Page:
Windover Burial Site Refresh

People of windover -2Anthropology graduate student, Patrisha Meyers, is the director of the Brevard Museum of History and Natural Science and the Florida Historical Society Archaeological Institute. Meyers has overseen the improvements and expansion of the exhibit “People of Windover” or the Windover refresh.  The Windover Archaeological Site, the most significant burial complex in North America, is a charnel pond used by early hunter-gatherers more than 7,000 years BP.

On Friday, November 13th, at the re-opening of the Windover exhibit, Florida Today interviewed Meyers, discussing the importance of the Windover archeological site and the significance of the new Windover exhibit to the community.

Meyers received her undergraduate degree at UCF in anthropology in 2012 and returned to UCF in the fall of 2013 to complete her M.A. in anthropology with John Schultz, Ph.D., as her graduate advisor. Last April, Meyers was hired for the position of Director of the Brevard Museum of History and Natural Science, as well as Director of the Florida Historical Society Archaeological Institute.

She believes that her “…background in anthropology and skeletal analysis, as well my solid foundation in research methods, were skills that weighed heavily in my favor as a candidate for these positions.”

The Brevard Museum of History and Natural Science opened its doors on May 20th 1973, and has served the community continuously since that time. In September 2014, a new era began when the museum came under the umbrella of The Florida Historical Society, the state’s oldest cultural organization.

people of windover - 4The Windover archaeological exhibit, which is the centerpiece of the museum, details one of the most significant archaeological discoveries in the world, providing new information about prehistoric people. It is arguably the most important burial complex in North America.

The site was discovered in 1982 when Steve Vanderjagt, a backhoe operator working for Jim Swann’s development company, EKS Corporation, lifted his bucket from the bottom of a pond and found a human cranium mixed in with the soft peat. Once investigators determined that the remains were archaeological in nature, Jim Swann approached Glen Doran, Ph.D., at Florida State University and requested an archaeological investigation of the site.

The pond was excavated over three field seasons from 1984-1986, revealing the remains of 168 individuals of all ages from neonates to advanced old age. Radiocarbon dating indicated that the Windover people lived between ~7,000 – 8,000 BP making this the largest and oldest mortuary pond complex yet uncovered.

The Windover refresh was made possible through a grant from the Florida Humanities Council. “Updating this exhibit has been the highlight of my time here as director” says Meyers.

Working with Katherine Page, the museum curator, as well as an UCF anthropology alumna, the museum updated the mock-up of the archaeological site itself, which includes a beautiful collection of Windover artifacts on loan through the generosity and kindness of Rochelle Marrinan, Ph.D., Department Chair, at Florida State University’s anthropology department and Geoffrey Thomas, Ph.D., Specialized Teaching Faculty and Interim Curator of the Windover collection.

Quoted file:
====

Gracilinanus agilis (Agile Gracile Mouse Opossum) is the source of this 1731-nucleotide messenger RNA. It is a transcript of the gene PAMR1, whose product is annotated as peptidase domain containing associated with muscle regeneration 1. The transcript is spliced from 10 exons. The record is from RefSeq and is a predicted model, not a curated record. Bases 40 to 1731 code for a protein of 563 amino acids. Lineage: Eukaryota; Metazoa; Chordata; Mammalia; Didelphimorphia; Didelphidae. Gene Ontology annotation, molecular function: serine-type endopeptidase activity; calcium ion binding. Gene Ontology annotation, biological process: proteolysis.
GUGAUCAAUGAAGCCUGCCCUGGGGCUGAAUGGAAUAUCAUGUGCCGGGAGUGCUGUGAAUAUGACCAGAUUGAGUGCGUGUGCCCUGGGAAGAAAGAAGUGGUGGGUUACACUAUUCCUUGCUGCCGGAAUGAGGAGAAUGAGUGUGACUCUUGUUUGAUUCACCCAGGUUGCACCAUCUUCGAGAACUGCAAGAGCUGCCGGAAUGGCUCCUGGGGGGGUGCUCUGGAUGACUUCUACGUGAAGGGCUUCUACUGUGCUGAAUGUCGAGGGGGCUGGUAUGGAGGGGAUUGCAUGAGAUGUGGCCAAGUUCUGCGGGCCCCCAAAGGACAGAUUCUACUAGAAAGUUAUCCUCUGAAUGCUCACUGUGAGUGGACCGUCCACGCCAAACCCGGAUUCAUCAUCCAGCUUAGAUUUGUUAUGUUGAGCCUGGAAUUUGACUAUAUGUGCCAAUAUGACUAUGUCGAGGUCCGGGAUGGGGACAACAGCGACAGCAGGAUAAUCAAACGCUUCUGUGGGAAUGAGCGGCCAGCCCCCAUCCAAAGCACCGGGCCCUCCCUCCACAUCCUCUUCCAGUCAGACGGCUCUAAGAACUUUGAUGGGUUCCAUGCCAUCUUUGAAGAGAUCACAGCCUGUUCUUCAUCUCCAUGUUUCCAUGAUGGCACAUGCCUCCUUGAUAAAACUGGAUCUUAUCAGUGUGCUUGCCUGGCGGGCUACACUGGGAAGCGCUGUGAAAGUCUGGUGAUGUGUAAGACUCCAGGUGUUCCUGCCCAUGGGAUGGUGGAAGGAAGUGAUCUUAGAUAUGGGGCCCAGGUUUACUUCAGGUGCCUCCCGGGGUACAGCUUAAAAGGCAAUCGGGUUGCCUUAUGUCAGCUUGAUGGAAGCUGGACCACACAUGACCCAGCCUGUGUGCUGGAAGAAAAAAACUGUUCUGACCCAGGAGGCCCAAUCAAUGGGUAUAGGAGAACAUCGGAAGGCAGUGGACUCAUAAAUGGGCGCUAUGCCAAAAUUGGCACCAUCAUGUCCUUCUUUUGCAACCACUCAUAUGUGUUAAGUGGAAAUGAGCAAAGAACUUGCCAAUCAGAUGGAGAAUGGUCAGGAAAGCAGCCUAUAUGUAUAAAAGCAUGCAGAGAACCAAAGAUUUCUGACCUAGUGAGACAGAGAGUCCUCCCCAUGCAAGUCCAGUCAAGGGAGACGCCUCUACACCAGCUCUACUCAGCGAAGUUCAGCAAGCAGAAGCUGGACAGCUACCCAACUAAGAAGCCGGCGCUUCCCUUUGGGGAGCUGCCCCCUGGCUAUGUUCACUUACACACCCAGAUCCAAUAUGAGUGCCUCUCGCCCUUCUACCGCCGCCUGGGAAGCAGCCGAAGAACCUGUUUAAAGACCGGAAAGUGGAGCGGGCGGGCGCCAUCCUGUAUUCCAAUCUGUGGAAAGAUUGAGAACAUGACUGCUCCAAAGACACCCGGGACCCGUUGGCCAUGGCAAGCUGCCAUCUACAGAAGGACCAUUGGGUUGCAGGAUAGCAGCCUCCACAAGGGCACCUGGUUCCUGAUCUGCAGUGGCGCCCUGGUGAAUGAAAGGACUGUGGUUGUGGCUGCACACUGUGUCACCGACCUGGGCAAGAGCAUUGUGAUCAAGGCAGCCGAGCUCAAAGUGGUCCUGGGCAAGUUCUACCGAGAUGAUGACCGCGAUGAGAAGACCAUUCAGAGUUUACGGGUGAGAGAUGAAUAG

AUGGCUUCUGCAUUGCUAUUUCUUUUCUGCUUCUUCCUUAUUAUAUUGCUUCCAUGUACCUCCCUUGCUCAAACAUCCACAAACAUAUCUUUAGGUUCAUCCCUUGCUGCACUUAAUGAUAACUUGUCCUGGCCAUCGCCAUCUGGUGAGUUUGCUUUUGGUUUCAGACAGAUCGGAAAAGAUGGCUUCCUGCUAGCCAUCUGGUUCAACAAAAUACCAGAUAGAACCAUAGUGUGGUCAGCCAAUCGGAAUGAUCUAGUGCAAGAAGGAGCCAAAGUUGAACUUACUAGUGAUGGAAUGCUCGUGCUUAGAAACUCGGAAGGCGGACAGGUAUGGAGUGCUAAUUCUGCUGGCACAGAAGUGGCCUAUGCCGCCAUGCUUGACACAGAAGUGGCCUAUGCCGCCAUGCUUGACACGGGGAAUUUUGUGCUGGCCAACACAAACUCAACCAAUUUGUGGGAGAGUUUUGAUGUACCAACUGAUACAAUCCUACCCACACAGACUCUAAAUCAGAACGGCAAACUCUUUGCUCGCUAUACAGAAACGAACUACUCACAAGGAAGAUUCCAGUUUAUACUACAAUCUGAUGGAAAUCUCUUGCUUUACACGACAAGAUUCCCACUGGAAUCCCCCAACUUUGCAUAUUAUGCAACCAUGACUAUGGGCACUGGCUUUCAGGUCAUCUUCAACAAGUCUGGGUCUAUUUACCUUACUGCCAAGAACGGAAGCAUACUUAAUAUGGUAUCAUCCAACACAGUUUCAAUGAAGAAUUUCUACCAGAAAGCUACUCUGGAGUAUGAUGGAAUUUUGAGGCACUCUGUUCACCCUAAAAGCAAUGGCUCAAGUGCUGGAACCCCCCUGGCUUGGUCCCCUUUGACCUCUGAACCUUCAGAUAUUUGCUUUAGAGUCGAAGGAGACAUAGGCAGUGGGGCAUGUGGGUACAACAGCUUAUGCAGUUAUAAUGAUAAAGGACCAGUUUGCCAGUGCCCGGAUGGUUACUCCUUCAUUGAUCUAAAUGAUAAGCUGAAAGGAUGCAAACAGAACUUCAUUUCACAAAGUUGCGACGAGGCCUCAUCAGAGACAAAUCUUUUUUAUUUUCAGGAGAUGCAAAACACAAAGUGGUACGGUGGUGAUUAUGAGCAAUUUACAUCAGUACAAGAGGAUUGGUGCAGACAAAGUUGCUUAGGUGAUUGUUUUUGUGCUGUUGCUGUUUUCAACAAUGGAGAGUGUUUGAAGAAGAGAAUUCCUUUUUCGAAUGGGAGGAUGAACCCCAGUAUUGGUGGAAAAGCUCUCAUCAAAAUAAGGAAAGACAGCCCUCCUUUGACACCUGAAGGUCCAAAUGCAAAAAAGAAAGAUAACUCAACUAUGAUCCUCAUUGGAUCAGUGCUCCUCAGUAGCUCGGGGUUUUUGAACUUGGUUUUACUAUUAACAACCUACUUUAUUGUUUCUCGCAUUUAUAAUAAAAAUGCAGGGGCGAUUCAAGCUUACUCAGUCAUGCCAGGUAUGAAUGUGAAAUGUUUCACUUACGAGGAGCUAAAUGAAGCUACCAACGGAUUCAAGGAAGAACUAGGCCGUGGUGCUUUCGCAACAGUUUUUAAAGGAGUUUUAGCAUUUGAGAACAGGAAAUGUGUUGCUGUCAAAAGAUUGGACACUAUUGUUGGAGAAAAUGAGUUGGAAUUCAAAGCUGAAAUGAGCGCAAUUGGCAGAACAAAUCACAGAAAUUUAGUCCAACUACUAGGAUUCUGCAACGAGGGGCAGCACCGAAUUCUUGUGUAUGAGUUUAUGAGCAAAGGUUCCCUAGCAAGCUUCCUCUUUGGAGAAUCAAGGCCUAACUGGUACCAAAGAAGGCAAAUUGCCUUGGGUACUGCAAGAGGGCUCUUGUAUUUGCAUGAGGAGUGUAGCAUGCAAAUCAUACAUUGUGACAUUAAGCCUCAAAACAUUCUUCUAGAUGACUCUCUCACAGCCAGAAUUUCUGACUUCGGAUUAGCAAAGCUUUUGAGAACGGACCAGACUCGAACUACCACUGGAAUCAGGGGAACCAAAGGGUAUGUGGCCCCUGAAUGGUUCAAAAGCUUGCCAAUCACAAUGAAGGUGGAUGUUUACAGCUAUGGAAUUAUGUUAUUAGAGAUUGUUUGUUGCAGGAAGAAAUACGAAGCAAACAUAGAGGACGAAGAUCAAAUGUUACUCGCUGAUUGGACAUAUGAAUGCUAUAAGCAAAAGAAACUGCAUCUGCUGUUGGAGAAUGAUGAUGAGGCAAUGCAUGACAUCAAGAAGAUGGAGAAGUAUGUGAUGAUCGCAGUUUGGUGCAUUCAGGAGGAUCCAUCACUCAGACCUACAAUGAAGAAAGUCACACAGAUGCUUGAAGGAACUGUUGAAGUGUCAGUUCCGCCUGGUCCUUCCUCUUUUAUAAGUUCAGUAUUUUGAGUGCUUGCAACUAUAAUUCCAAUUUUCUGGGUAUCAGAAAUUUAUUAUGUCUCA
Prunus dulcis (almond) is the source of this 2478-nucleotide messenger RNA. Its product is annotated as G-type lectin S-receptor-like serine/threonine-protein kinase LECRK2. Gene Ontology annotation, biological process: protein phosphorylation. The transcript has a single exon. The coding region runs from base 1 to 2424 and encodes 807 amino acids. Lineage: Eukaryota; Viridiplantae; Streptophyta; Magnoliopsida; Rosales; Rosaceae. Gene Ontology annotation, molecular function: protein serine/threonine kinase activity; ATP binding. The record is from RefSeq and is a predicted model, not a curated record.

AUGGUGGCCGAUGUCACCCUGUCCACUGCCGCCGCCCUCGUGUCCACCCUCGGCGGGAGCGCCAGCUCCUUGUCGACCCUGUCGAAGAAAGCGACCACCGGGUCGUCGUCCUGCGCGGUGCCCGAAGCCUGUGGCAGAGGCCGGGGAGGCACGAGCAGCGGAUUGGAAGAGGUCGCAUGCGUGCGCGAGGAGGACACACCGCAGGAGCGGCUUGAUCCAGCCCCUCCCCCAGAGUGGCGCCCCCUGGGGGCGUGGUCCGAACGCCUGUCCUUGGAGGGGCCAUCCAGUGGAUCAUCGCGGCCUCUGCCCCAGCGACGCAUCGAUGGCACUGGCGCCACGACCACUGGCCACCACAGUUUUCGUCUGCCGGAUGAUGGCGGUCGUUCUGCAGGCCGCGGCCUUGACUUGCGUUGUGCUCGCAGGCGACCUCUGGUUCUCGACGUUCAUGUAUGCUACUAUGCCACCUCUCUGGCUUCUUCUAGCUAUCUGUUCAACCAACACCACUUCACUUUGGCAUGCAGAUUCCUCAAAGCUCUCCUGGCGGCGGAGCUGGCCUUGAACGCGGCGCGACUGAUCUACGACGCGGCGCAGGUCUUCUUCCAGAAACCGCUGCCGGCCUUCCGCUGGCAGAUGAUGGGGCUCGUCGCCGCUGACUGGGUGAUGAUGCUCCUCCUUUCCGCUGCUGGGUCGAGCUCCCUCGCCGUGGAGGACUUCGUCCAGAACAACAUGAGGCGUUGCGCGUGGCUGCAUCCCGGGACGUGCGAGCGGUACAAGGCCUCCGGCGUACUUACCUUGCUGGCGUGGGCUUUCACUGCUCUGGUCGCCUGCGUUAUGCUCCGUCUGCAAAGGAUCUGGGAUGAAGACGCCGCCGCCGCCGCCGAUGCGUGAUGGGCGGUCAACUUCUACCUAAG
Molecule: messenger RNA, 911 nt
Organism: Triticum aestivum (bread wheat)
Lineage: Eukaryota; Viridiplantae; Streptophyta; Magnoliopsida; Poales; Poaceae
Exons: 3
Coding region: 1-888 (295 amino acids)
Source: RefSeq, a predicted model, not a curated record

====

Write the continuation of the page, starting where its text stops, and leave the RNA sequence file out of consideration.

people of windover - 5The Brevard museum also contracted with local artist Brian Owens to create a bust entitled “Windover Women.” Based on a forensic reconstruction completed in Scotland, along with actual measurements of one of the Windover skulls, she is a lifelike representation of what one of the women from this population would have looked like.

Florida Today quoted Meyers saying how “[t]he Windover site is actually the most important burial site in North America.”

She stated that “[o]ne of the things that makes it so significant is the unique type of burial. It’s a pond burial; we don’t see that as often, and this is the most complete population that has been excavated from this period…[t]hey were able to excavate 168 individuals ranging in age from infancy to old age, and because of that, we were able to learn a great deal about these early lifeways.”

People of Windover - 1 resized

Bone and Antler: A variety of materials were used to make tools (from top to bottom): 1) bone fishing barb, 2) bone pin or batten, 3) deer ulna tool, 4) antler projectile point, 5) bone projectile point.

The exhibit has all new interpretive panels and a hands-on laboratory component designed to help visitors understand how physical anthropologists assess biological characteristics such as age, sex and stature from skeletal remains.

Meyers said “[t]he most exciting part of the refresh, for both myself and Katherine, was the day we spent in the Florida State University anthropology department analyzing several individuals from the Windover population in order to create new osteobiographies for our interpretive panels.”

The Windover exhibit re-opening was paired with a gala charity benefit on Friday and a free public day on Saturday. The public day included a panel discussion covering both the original archaeological dig, as well as the Windover collection’s ongoing importance as an active research collection.

Meyers expressed her excitement about the “…full house crowds for both events! Florida Today has provided extensive coverage both leading up to and following the event and we are happy to see the community embrace this unique and inspiring cultural resource in Brevard County.”

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